What are the main features of Gothic architecture?
rib vault flying buttress, stained glass decorations in windows, circular rose windows
What were the conceptual importance of light and height in relation to these structures?
-Importance on height meant to symbolize reaching for the heavens and furthering one's connection with God.
-Importance on light presented their longing to be in the presence of God. Also, light is seen as knowledge (spiritual and general)
What is the Renaissance?
14th century-17th century. The rebirth of Greek and Roman art, architecture, literature, philosophy, math and more. Education and literacy rates increased due to the invention of printing press. People had renewed interest in the Classics, because of some archeological findings at the time. Studied nude figures like the Greeks and the Romans did. The Reformation (Separation of the Protestants from Catholic Church) and the Counter Reformation (advertise of Catholic church to re-invite devotees through artworks in church) were significant events at that time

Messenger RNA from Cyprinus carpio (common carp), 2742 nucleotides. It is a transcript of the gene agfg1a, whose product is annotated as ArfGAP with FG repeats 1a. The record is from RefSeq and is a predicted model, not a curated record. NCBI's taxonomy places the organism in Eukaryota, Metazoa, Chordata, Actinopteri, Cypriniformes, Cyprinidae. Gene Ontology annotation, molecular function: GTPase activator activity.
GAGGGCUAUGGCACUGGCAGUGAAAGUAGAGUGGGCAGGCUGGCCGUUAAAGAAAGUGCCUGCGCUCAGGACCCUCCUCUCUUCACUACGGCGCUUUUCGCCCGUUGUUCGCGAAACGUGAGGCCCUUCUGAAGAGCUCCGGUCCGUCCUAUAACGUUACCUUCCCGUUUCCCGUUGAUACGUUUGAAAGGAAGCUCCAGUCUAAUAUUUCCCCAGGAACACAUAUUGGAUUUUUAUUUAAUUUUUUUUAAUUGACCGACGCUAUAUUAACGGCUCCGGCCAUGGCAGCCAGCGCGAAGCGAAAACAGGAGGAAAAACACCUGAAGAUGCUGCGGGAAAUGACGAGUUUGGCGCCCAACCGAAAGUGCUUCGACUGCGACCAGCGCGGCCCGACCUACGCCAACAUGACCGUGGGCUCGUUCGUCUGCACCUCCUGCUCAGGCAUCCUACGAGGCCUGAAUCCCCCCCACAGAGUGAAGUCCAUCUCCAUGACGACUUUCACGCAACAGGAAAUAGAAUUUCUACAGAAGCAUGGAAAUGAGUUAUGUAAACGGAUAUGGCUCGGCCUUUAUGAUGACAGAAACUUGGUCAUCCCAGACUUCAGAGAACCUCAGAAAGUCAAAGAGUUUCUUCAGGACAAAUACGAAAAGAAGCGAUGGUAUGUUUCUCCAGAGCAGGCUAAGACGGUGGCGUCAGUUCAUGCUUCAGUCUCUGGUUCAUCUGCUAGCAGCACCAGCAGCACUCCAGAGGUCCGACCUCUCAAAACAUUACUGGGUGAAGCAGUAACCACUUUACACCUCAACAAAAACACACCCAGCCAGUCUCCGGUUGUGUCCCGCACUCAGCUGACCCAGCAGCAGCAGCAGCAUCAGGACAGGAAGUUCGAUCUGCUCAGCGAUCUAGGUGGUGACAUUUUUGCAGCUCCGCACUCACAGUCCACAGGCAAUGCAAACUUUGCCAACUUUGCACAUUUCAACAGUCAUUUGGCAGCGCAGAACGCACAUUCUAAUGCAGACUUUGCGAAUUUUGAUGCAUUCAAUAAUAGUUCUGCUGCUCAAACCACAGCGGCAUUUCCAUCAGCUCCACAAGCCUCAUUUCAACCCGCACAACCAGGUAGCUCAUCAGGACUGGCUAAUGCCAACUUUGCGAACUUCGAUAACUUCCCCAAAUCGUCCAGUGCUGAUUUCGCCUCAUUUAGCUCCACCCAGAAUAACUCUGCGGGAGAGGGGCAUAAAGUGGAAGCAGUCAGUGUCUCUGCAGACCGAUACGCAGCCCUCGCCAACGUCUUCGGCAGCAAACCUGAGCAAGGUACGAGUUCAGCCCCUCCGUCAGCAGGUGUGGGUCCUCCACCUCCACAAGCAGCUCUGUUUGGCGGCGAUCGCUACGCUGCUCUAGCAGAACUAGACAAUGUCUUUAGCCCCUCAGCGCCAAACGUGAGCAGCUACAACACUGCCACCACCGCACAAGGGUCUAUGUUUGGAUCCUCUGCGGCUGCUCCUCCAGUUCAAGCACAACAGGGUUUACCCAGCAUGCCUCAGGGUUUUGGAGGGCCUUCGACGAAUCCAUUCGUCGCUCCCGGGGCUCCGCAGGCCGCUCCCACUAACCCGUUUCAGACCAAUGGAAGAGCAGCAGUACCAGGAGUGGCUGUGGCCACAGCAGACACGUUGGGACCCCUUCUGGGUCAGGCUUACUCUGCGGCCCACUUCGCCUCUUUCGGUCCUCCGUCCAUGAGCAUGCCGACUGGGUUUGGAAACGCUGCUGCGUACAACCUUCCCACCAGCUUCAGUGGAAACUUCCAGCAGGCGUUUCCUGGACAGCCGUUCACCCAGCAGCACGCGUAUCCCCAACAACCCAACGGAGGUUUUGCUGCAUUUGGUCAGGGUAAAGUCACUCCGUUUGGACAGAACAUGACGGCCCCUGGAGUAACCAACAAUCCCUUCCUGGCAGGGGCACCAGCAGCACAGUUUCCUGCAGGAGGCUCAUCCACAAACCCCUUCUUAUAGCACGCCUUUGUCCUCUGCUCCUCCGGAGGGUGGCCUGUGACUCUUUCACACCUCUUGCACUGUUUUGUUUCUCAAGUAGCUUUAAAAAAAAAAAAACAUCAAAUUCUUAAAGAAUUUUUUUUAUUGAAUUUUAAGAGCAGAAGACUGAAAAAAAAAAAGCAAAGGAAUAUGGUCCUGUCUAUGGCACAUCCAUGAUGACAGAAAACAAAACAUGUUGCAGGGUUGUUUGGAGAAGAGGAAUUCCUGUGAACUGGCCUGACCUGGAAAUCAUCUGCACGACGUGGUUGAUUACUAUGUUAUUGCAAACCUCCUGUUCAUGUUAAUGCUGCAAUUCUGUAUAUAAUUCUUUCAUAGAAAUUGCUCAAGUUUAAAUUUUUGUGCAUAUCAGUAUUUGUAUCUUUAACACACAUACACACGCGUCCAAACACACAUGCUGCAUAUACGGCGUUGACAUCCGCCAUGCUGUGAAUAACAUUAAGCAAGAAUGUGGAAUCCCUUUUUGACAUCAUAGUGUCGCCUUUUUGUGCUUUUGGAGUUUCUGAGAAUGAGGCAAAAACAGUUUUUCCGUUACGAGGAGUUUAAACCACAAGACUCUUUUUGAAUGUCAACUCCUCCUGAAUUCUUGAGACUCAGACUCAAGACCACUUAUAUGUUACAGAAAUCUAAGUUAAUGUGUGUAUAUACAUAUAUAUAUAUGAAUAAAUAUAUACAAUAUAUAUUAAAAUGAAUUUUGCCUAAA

What is the humanist philosophy of the Renaissance that came from the classics
Renaissance Humanism; "Man is the measure of All things"; Humanity and individual human individuality; intellectual and physical achievements
Who were the art patrons in the Southern Renaissance and how did they affect art making of the time?
Roman Catholic Church and wealthy families were art patrons in the South and determined what art pieces were; poor people had no contribution.
What are the three main artistic divisions during this time?
early, high, late Renaissance
Among many classical scholars, name four important figures in Raphael's "School of Athens" that were discussed in class
Aristotle, Plato, Heraclitus , and Raphael.
In Jan van Eyck's "Arnolfini Portrait" --what do the fruit, dog, pair of shoes, prayer beads and the "passion" images in the mirror, man by the window and pregnant woman by the bed may refer to?
What kind of analysis that would be?
Fruits symbolize fertility
Dog symbolizes lust
Shoes refers to a stable relationship
The prayer beads represents the couples piety
The mirror represents "God's all-seeing eye"